Random Variables in Statistics

In any experiment of chance, the outcomes occur randomly. For example, rolling a single die is an experiment: Any of the six possible outcomes can occur. Some experiments result in outcomes that are quantitative (such as dollars, weight, or number of children), and others result in qualitative outcomes (such as color or religious preferences). Therefore, random variables in statistics are variables whose value depends on the output of a random experiment.

A random variable is a mathematical abstraction that allows one to assign numerical values to the random variable associated with a probability to indicate the chance of a particular outcome.

Random Experiment

In the random experiment, a numerical value say 0, 1, 2, is assigned to each sample point. Such a numerical quantity whose value is determined by the outcomes of an experiment of chances is known as a random variable (or stochastic variable). Therefore, a random experiment is a process that has a well-defined set of possible outcomes, however, the outcomes for any given trial of the random experiment cannot be predicted in advance. Examples of random experiments are: rolling a die, flipping a coin, and measuring the height of students walking into a class.

Classification of Random Variables in Statistics

A random variable can be classified into a discrete random variable and a continuous random variable.

Discrete Random Variable

A discrete random variable can assume only a certain number of separated values. The discrete random variables can take only finite or countably infinite numbers of distinct values. For example, the Bank counts the number of credit cards carried by a group of customers. The other examples of discrete random variables are: (i) The number of successes in a 5-coin flip experiment, (ii) the number of customers arriving in a store during a specific hour, (iii) the number of students in a class, and (iv) the number of phone calls in a certain day.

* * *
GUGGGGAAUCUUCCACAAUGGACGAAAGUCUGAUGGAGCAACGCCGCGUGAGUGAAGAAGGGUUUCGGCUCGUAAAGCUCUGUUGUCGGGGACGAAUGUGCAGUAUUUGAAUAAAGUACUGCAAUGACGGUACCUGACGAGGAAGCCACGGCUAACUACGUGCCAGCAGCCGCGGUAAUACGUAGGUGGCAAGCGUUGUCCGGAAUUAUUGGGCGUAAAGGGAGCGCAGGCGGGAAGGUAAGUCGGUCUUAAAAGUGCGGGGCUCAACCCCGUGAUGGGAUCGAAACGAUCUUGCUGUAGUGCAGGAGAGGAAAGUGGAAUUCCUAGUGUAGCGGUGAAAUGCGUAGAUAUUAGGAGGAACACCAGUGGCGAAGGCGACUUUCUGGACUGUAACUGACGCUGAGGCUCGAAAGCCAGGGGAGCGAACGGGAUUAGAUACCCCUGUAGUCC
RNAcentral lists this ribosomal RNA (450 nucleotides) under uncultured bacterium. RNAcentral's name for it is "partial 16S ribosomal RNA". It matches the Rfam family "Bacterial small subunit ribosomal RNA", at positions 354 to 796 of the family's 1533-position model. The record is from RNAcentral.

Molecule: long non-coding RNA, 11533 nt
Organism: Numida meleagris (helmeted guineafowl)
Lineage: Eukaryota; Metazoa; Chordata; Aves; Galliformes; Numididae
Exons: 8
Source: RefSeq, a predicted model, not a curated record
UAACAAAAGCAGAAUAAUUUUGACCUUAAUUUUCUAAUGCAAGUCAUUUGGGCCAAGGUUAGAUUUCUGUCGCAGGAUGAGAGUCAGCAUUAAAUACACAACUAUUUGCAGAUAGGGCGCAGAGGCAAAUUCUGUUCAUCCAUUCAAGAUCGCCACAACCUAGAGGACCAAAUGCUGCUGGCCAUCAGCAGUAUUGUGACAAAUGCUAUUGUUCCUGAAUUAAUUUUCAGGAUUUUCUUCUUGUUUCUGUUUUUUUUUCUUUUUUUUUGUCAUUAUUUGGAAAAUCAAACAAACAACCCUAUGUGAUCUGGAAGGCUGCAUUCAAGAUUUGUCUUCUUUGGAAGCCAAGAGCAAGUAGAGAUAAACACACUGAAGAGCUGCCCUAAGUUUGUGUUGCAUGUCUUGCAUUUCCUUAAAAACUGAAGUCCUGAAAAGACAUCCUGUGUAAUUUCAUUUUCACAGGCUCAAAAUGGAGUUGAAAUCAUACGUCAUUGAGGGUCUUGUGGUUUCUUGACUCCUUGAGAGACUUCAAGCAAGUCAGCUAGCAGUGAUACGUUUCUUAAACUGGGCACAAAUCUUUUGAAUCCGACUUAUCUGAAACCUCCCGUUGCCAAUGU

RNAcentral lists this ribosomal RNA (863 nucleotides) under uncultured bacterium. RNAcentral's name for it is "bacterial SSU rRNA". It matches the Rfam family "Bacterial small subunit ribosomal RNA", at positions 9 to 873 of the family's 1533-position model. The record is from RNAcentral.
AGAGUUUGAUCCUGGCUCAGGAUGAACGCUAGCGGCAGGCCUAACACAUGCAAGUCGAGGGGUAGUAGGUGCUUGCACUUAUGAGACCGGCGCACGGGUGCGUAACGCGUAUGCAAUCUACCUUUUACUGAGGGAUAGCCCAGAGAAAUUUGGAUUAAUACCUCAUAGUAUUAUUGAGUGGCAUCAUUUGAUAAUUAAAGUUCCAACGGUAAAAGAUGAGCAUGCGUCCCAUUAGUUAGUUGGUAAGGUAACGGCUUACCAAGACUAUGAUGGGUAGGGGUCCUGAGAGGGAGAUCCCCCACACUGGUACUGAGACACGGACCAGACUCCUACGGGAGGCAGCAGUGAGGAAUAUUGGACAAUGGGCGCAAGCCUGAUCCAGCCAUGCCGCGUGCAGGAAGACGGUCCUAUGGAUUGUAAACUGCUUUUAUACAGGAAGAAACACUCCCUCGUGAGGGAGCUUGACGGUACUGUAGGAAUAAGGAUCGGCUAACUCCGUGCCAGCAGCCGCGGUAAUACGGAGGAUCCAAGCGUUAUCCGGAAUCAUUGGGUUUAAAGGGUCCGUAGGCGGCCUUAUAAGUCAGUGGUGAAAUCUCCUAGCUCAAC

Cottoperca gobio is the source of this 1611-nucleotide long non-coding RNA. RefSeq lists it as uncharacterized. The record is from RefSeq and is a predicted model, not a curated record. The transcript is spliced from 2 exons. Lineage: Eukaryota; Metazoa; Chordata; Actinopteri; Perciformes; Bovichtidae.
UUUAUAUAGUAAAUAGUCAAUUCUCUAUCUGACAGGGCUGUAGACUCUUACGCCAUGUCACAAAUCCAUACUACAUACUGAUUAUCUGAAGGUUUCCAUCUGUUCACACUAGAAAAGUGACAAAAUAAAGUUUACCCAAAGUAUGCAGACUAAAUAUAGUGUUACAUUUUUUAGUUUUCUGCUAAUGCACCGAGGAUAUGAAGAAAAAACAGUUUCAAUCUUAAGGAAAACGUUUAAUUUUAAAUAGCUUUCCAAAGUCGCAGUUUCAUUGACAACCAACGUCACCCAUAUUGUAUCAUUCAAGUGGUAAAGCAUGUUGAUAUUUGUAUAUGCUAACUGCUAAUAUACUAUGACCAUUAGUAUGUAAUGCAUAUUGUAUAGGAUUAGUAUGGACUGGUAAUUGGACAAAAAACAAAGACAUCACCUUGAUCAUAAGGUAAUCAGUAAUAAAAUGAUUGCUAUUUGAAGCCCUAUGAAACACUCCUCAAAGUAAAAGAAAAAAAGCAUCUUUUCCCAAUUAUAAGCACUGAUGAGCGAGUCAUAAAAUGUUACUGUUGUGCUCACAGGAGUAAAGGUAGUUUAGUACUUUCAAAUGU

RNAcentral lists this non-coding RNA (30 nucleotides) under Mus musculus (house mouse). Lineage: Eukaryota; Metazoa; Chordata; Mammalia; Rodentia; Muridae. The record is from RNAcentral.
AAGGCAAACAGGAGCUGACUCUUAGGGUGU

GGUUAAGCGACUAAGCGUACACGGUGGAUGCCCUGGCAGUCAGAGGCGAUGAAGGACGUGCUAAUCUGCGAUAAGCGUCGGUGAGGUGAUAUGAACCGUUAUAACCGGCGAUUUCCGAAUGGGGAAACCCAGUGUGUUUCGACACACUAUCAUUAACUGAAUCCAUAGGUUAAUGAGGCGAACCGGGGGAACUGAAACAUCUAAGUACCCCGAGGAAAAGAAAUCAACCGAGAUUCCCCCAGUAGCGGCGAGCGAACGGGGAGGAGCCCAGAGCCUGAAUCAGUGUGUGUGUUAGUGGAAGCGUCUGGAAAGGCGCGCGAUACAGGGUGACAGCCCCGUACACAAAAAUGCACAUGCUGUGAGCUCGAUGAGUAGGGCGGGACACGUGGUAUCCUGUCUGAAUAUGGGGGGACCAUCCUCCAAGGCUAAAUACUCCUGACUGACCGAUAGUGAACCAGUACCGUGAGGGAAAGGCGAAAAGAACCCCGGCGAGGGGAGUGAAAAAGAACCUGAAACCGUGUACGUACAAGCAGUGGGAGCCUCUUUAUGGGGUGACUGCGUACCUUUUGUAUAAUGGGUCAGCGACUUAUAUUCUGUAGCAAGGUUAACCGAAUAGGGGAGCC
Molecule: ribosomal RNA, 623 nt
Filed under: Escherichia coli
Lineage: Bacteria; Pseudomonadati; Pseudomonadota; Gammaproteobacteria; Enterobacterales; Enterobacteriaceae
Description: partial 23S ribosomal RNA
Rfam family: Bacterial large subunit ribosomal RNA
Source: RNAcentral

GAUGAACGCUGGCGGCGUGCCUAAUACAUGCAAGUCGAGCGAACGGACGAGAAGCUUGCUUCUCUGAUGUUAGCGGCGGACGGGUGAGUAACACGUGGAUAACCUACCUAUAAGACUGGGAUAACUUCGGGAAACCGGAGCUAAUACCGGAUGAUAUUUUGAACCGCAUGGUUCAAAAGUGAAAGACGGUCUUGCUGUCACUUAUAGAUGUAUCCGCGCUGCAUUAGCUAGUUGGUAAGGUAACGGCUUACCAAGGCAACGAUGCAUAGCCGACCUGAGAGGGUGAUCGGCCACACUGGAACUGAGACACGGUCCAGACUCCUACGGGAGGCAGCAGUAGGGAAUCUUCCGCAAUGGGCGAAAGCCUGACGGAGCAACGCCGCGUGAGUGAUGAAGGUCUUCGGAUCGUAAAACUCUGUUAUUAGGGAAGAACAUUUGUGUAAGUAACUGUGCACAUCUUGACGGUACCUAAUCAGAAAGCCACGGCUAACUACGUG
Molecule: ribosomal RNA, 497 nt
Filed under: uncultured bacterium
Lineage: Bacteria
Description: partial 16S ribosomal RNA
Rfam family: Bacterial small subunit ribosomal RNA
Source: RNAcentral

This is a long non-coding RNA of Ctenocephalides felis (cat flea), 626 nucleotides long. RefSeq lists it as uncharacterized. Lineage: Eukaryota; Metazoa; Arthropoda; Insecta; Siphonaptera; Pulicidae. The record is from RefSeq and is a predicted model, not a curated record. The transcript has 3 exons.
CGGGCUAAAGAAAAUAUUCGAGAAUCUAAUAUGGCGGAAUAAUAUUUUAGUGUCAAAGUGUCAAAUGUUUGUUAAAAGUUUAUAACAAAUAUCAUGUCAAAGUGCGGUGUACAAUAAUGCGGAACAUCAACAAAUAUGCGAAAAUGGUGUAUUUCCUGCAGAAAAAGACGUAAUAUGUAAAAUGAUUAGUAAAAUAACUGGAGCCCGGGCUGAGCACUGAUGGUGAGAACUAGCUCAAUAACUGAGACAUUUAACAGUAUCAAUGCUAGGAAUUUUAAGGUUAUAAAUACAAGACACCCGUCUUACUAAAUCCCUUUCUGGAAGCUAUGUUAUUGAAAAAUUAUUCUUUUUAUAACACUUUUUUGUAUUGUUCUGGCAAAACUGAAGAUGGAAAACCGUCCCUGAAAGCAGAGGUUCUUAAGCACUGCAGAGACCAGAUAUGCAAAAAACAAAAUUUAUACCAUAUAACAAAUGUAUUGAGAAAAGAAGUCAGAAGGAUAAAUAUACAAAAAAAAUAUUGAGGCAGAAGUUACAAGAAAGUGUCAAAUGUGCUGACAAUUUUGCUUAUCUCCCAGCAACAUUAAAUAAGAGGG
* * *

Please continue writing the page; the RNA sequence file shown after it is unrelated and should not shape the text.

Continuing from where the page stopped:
Continuous Random Variable

The continuous random variable can assume any value within a specific interval. For example, the width of the room, the height of a person, the pressure in an automobile tire, or the CGPA obtained, etc. The continuous random variable assumes an infinitely large number of values, within certain limitations. For example, the tire pressure measured in pounds per square inch (psi) in most passenger cars might be 32.78psi, 31.32psi, 33.07psi, and so on (any value between 28 and 35). The random variable is the tire pressure, which is continuous in this case.

Definition: A random variable is a real-valued function that takes a defined value for every point in the sample space.

In most of the practical problems, discrete random variables represent count or enumeration data such as the number of books on a shelf, the number of cars crossing a bridge on a certain day or time, or the number of defective items in a production (or a lot). On the other hand, continuous random variables usually represent measurement data such as height, weight, distance, or temperature.

Note: A random variable represents the particular outcome of an experiment, while a probability distribution reports all the possible outcomes as well as the corresponding probability.

Importance of Random Variables

The importance of random variables cannot be ignored, because random variables are fundamental building blocks in the field of probability and statistics. The random variables allow us to:

• Quantify Uncertainty: Since numerical values are assigned to outcomes from a random experiment, one can use mathematical tools such as probability distributions to compute and analyze the likelihood of different events occurring.
• Statistical Analysis: Random variables are essential for performing various types of statistical analyses such as computing expected values, and variance, conducting hypothesis testing, and computing relationships between variables, etc.
• Modeling Real-World Phenomena: One can use random variables to model real-world phenomena with inherent randomness, allowing for predictions and simulations.

Note that each possible outcome of a random experiment is called a sample point. The collection of all possible sample points is called sample space, represented by $S$.

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